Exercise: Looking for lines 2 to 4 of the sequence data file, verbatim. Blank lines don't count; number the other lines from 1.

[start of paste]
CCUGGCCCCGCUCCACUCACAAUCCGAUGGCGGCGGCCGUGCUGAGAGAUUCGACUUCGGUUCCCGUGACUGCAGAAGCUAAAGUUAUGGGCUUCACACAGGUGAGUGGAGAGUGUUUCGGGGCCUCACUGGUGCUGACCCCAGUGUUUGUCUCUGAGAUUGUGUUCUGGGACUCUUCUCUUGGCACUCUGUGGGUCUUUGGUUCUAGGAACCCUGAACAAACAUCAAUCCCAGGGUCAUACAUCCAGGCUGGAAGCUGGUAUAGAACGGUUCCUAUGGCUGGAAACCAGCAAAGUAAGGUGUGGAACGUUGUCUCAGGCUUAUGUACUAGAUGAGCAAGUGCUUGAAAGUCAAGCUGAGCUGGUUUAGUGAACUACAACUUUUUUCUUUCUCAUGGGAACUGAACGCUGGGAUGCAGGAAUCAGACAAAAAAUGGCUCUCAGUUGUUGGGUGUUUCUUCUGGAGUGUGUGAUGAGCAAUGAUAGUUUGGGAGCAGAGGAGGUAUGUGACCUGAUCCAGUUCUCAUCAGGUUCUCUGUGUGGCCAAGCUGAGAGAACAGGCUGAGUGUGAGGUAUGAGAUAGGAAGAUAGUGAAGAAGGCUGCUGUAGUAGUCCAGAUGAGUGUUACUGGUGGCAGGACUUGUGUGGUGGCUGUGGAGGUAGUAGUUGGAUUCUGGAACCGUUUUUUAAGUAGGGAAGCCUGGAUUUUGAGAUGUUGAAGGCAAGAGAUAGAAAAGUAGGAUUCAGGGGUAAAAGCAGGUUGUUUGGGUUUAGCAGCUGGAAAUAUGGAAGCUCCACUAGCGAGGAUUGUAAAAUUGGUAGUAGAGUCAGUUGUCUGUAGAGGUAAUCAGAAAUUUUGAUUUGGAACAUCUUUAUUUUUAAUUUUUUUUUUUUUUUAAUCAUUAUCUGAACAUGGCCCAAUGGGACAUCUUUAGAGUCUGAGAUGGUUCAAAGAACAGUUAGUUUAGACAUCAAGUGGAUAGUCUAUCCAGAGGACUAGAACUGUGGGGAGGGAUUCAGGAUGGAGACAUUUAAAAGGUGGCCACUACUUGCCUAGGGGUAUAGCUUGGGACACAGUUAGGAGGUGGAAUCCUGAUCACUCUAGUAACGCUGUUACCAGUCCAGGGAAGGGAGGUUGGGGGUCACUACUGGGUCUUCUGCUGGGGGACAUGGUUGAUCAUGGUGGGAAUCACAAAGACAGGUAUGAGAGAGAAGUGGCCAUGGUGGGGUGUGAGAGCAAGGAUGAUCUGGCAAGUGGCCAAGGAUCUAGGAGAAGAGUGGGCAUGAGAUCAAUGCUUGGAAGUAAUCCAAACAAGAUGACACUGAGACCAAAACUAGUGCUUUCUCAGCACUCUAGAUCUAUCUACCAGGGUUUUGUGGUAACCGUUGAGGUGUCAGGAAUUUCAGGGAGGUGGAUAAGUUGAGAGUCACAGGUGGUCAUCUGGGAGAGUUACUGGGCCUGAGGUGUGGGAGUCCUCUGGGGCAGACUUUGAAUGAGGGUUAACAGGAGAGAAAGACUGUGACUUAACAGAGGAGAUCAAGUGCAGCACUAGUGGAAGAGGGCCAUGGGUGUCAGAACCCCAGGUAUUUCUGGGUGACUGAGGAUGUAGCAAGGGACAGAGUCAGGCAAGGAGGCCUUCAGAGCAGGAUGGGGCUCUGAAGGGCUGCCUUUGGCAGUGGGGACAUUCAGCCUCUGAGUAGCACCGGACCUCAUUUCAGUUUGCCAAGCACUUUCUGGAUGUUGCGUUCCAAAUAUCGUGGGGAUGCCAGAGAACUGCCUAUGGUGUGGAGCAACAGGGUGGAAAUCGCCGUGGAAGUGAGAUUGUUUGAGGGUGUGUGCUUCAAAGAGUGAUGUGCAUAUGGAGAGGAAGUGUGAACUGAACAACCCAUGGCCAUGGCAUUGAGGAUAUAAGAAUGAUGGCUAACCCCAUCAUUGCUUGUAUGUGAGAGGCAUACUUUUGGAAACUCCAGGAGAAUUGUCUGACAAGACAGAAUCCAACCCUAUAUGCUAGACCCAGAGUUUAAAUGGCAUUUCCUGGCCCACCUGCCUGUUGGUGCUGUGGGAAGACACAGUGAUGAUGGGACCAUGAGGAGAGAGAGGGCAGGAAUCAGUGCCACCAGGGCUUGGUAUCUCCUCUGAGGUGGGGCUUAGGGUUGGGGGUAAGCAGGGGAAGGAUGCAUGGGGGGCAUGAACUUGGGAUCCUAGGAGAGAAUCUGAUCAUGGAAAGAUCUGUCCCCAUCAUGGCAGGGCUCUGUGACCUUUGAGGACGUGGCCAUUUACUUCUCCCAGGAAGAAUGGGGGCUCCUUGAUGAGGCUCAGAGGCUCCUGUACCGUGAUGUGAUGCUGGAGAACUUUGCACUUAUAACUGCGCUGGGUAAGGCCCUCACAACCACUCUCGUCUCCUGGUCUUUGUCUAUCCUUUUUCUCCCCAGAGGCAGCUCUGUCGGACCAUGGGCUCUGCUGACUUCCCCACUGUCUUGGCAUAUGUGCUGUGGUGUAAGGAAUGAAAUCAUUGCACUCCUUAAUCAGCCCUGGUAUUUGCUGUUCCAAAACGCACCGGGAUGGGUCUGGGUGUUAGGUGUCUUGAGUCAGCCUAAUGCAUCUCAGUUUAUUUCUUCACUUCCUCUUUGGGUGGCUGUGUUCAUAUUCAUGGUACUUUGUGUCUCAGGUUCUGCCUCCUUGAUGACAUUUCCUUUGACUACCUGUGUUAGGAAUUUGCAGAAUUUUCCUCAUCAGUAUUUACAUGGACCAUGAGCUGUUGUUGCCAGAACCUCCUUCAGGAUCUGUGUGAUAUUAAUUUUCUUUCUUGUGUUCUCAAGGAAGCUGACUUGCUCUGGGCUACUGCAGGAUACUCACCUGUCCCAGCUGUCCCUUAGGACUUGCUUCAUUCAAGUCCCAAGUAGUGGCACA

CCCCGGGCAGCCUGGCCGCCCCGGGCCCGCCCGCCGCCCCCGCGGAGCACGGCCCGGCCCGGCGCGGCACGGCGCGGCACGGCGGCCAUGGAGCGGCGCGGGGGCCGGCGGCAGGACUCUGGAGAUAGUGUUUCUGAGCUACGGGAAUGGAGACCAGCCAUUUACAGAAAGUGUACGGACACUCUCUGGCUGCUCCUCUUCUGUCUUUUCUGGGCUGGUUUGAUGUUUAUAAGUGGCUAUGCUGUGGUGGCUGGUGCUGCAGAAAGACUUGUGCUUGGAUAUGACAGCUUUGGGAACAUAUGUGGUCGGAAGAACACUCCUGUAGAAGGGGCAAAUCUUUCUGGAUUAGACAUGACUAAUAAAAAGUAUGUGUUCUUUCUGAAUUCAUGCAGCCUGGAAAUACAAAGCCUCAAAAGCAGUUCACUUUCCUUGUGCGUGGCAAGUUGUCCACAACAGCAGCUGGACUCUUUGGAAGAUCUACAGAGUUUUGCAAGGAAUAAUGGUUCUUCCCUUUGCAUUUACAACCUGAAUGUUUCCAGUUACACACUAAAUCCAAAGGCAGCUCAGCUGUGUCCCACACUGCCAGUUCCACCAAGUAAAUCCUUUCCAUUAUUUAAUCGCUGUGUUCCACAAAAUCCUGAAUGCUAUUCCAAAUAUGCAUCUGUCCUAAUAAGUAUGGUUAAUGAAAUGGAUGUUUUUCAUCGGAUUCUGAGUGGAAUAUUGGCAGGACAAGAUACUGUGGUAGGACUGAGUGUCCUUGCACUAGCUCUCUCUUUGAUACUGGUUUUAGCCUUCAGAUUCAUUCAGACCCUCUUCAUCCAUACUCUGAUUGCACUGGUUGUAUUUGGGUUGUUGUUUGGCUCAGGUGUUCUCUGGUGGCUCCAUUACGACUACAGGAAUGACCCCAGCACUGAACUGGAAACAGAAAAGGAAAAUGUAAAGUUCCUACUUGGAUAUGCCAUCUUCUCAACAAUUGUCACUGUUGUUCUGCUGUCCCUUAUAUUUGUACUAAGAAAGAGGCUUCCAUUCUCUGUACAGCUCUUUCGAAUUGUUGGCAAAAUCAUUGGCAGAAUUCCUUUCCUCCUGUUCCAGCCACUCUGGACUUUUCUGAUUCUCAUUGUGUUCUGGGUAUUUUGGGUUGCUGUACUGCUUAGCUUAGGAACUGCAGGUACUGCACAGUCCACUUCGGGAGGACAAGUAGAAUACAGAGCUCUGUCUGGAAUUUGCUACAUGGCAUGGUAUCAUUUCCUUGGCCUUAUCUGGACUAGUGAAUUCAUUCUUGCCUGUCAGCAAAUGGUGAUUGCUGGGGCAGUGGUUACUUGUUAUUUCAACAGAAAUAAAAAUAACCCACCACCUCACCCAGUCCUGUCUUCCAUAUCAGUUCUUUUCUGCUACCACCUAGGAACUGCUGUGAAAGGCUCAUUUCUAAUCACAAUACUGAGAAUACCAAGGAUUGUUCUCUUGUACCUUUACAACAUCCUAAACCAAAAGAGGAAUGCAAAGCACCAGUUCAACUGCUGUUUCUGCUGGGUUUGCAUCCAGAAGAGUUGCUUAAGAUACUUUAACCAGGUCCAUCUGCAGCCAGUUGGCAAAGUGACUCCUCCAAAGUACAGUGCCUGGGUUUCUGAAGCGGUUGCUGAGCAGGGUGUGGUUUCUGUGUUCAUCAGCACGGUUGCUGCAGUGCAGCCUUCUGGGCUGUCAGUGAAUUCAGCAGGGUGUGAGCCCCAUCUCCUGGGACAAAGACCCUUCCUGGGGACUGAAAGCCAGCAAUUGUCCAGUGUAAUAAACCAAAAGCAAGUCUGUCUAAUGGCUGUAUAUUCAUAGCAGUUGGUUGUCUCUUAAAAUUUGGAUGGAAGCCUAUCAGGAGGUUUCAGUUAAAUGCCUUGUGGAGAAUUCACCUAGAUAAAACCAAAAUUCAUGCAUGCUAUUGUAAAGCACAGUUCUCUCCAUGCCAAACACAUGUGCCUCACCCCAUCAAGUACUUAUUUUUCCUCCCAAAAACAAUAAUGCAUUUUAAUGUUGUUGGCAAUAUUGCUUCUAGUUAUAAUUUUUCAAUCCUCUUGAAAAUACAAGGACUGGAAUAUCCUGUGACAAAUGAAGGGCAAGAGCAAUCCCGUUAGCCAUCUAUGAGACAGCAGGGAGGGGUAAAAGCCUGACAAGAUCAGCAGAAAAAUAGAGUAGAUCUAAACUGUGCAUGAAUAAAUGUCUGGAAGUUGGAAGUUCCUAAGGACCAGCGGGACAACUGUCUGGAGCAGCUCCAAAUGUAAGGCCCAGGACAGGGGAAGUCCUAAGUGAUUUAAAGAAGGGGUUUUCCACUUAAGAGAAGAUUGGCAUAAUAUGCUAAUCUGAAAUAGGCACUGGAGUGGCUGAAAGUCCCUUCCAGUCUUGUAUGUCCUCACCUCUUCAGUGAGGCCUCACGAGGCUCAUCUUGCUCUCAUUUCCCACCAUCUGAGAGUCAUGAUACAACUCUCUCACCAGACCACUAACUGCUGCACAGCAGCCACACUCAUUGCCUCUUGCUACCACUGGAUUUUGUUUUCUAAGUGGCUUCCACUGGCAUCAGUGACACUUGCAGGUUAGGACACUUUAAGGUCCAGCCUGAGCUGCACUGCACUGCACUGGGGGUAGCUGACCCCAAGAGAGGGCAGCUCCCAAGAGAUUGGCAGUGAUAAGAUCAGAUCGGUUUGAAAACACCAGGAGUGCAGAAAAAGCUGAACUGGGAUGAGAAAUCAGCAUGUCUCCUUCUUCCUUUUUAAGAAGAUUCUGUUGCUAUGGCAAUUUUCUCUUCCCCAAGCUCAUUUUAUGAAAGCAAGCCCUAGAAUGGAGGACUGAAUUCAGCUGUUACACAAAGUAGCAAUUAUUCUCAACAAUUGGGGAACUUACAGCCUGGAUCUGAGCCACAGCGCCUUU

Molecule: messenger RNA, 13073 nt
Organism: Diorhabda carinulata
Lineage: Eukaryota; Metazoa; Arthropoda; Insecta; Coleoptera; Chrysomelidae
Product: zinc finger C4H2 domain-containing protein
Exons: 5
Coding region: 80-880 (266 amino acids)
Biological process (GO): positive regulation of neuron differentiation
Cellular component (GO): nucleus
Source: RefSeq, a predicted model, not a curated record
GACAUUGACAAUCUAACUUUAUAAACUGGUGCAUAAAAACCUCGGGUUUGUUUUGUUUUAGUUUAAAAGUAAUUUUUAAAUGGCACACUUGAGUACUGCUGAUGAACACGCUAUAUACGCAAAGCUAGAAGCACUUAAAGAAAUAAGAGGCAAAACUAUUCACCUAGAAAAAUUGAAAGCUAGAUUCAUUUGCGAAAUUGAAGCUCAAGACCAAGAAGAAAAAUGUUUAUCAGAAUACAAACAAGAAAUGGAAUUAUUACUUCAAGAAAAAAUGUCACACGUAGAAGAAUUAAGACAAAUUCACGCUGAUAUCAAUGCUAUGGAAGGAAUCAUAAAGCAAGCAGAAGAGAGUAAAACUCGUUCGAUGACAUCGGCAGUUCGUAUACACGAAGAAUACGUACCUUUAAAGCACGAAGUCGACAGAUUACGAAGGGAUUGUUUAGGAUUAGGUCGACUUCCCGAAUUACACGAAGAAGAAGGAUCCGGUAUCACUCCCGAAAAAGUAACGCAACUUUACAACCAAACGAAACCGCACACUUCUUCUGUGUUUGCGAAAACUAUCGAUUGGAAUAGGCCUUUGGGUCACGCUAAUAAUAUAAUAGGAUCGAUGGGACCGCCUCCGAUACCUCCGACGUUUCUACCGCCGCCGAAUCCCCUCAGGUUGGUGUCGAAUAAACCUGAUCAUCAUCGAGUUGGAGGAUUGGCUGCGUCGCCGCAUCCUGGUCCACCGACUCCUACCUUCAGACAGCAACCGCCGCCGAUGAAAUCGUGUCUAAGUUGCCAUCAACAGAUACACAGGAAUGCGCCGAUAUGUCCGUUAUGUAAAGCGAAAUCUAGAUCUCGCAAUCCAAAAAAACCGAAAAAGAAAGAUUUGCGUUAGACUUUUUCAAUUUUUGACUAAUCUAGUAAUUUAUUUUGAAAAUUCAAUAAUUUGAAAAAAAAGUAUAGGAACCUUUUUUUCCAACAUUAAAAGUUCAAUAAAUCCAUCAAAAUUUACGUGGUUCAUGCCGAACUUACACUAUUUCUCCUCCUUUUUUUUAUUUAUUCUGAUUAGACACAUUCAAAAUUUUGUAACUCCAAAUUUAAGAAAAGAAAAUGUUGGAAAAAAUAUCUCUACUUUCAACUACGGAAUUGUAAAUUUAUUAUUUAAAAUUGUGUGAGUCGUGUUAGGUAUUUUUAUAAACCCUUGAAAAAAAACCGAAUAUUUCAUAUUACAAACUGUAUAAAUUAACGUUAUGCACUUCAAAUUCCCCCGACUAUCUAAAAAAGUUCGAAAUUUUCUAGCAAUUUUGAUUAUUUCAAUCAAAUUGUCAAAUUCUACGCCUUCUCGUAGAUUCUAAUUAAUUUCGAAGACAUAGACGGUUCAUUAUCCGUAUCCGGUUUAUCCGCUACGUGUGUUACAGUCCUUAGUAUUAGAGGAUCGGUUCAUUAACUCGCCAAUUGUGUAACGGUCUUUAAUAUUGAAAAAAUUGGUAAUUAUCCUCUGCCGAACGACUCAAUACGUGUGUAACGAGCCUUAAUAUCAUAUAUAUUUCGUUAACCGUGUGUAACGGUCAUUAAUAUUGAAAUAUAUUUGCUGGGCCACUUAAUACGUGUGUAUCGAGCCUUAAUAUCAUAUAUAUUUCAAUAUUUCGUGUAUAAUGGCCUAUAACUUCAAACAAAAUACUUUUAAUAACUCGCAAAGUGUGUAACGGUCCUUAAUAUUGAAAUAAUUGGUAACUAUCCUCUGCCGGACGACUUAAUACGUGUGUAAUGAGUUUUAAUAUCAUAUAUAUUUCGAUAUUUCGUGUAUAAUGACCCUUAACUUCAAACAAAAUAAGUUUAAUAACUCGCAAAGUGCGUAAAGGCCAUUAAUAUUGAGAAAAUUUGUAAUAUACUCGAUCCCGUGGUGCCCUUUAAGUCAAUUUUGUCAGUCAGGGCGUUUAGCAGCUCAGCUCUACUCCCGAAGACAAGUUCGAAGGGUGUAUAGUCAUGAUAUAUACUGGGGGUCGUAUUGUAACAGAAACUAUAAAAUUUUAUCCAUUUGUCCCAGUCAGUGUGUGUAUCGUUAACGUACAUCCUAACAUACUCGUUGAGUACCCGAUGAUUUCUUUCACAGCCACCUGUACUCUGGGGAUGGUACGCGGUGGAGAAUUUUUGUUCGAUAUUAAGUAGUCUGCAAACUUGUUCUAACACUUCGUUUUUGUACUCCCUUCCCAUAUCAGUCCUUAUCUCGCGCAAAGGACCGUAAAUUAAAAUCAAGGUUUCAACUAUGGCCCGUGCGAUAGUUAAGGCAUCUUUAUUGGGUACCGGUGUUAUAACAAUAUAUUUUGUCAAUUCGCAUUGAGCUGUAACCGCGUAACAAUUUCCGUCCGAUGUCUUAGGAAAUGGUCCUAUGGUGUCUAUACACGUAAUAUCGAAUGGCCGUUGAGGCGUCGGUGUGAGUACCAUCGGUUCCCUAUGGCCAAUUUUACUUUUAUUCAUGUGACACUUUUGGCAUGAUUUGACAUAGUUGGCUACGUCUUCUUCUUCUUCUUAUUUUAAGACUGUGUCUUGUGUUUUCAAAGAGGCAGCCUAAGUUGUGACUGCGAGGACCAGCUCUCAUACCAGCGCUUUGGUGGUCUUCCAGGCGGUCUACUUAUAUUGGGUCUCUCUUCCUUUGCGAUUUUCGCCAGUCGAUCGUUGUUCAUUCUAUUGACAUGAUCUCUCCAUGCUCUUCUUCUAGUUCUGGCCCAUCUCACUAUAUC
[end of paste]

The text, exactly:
CCCCGGGCAGCCUGGCCGCCCCGGGCCCGCCCGCCGCCCCCGCGGAGCACGGCCCGGCCCGGCGCGGCACGGCGCGGCACGGCGGCCAUGGAGCGGCGCGGGGGCCGGCGGCAGGACUCUGGAGAUAGUGUUUCUGAGCUACGGGAAUGGAGACCAGCCAUUUACAGAAAGUGUACGGACACUCUCUGGCUGCUCCUCUUCUGUCUUUUCUGGGCUGGUUUGAUGUUUAUAAGUGGCUAUGCUGUGGUGGCUGGUGCUGCAGAAAGACUUGUGCUUGGAUAUGACAGCUUUGGGAACAUAUGUGGUCGGAAGAACACUCCUGUAGAAGGGGCAAAUCUUUCUGGAUUAGACAUGACUAAUAAAAAGUAUGUGUUCUUUCUGAAUUCAUGCAGCCUGGAAAUACAAAGCCUCAAAAGCAGUUCACUUUCCUUGUGCGUGGCAAGUUGUCCACAACAGCAGCUGGACUCUUUGGAAGAUCUACAGAGUUUUGCAAGGAAUAAUGGUUCUUCCCUUUGCAUUUACAACCUGAAUGUUUCCAGUUACACACUAAAUCCAAAGGCAGCUCAGCUGUGUCCCACACUGCCAGUUCCACCAAGUAAAUCCUUUCCAUUAUUUAAUCGCUGUGUUCCACAAAAUCCUGAAUGCUAUUCCAAAUAUGCAUCUGUCCUAAUAAGUAUGGUUAAUGAAAUGGAUGUUUUUCAUCGGAUUCUGAGUGGAAUAUUGGCAGGACAAGAUACUGUGGUAGGACUGAGUGUCCUUGCACUAGCUCUCUCUUUGAUACUGGUUUUAGCCUUCAGAUUCAUUCAGACCCUCUUCAUCCAUACUCUGAUUGCACUGGUUGUAUUUGGGUUGUUGUUUGGCUCAGGUGUUCUCUGGUGGCUCCAUUACGACUACAGGAAUGACCCCAGCACUGAACUGGAAACAGAAAAGGAAAAUGUAAAGUUCCUACUUGGAUAUGCCAUCUUCUCAACAAUUGUCACUGUUGUUCUGCUGUCCCUUAUAUUUGUACUAAGAAAGAGGCUUCCAUUCUCUGUACAGCUCUUUCGAAUUGUUGGCAAAAUCAUUGGCAGAAUUCCUUUCCUCCUGUUCCAGCCACUCUGGACUUUUCUGAUUCUCAUUGUGUUCUGGGUAUUUUGGGUUGCUGUACUGCUUAGCUUAGGAACUGCAGGUACUGCACAGUCCACUUCGGGAGGACAAGUAGAAUACAGAGCUCUGUCUGGAAUUUGCUACAUGGCAUGGUAUCAUUUCCUUGGCCUUAUCUGGACUAGUGAAUUCAUUCUUGCCUGUCAGCAAAUGGUGAUUGCUGGGGCAGUGGUUACUUGUUAUUUCAACAGAAAUAAAAAUAACCCACCACCUCACCCAGUCCUGUCUUCCAUAUCAGUUCUUUUCUGCUACCACCUAGGAACUGCUGUGAAAGGCUCAUUUCUAAUCACAAUACUGAGAAUACCAAGGAUUGUUCUCUUGUACCUUUACAACAUCCUAAACCAAAAGAGGAAUGCAAAGCACCAGUUCAACUGCUGUUUCUGCUGGGUUUGCAUCCAGAAGAGUUGCUUAAGAUACUUUAACCAGGUCCAUCUGCAGCCAGUUGGCAAAGUGACUCCUCCAAAGUACAGUGCCUGGGUUUCUGAAGCGGUUGCUGAGCAGGGUGUGGUUUCUGUGUUCAUCAGCACGGUUGCUGCAGUGCAGCCUUCUGGGCUGUCAGUGAAUUCAGCAGGGUGUGAGCCCCAUCUCCUGGGACAAAGACCCUUCCUGGGGACUGAAAGCCAGCAAUUGUCCAGUGUAAUAAACCAAAAGCAAGUCUGUCUAAUGGCUGUAUAUUCAUAGCAGUUGGUUGUCUCUUAAAAUUUGGAUGGAAGCCUAUCAGGAGGUUUCAGUUAAAUGCCUUGUGGAGAAUUCACCUAGAUAAAACCAAAAUUCAUGCAUGCUAUUGUAAAGCACAGUUCUCUCCAUGCCAAACACAUGUGCCUCACCCCAUCAAGUACUUAUUUUUCCUCCCAAAAACAAUAAUGCAUUUUAAUGUUGUUGGCAAUAUUGCUUCUAGUUAUAAUUUUUCAAUCCUCUUGAAAAUACAAGGACUGGAAUAUCCUGUGACAAAUGAAGGGCAAGAGCAAUCCCGUUAGCCAUCUAUGAGACAGCAGGGAGGGGUAAAAGCCUGACAAGAUCAGCAGAAAAAUAGAGUAGAUCUAAACUGUGCAUGAAUAAAUGUCUGGAAGUUGGAAGUUCCUAAGGACCAGCGGGACAACUGUCUGGAGCAGCUCCAAAUGUAAGGCCCAGGACAGGGGAAGUCCUAAGUGAUUUAAAGAAGGGGUUUUCCACUUAAGAGAAGAUUGGCAUAAUAUGCUAAUCUGAAAUAGGCACUGGAGUGGCUGAAAGUCCCUUCCAGUCUUGUAUGUCCUCACCUCUUCAGUGAGGCCUCACGAGGCUCAUCUUGCUCUCAUUUCCCACCAUCUGAGAGUCAUGAUACAACUCUCUCACCAGACCACUAACUGCUGCACAGCAGCCACACUCAUUGCCUCUUGCUACCACUGGAUUUUGUUUUCUAAGUGGCUUCCACUGGCAUCAGUGACACUUGCAGGUUAGGACACUUUAAGGUCCAGCCUGAGCUGCACUGCACUGCACUGGGGGUAGCUGACCCCAAGAGAGGGCAGCUCCCAAGAGAUUGGCAGUGAUAAGAUCAGAUCGGUUUGAAAACACCAGGAGUGCAGAAAAAGCUGAACUGGGAUGAGAAAUCAGCAUGUCUCCUUCUUCCUUUUUAAGAAGAUUCUGUUGCUAUGGCAAUUUUCUCUUCCCCAAGCUCAUUUUAUGAAAGCAAGCCCUAGAAUGGAGGACUGAAUUCAGCUGUUACACAAAGUAGCAAUUAUUCUCAACAAUUGGGGAACUUACAGCCUGGAUCUGAGCCACAGCGCCUUU

Molecule: messenger RNA, 13073 nt
Organism: Diorhabda carinulata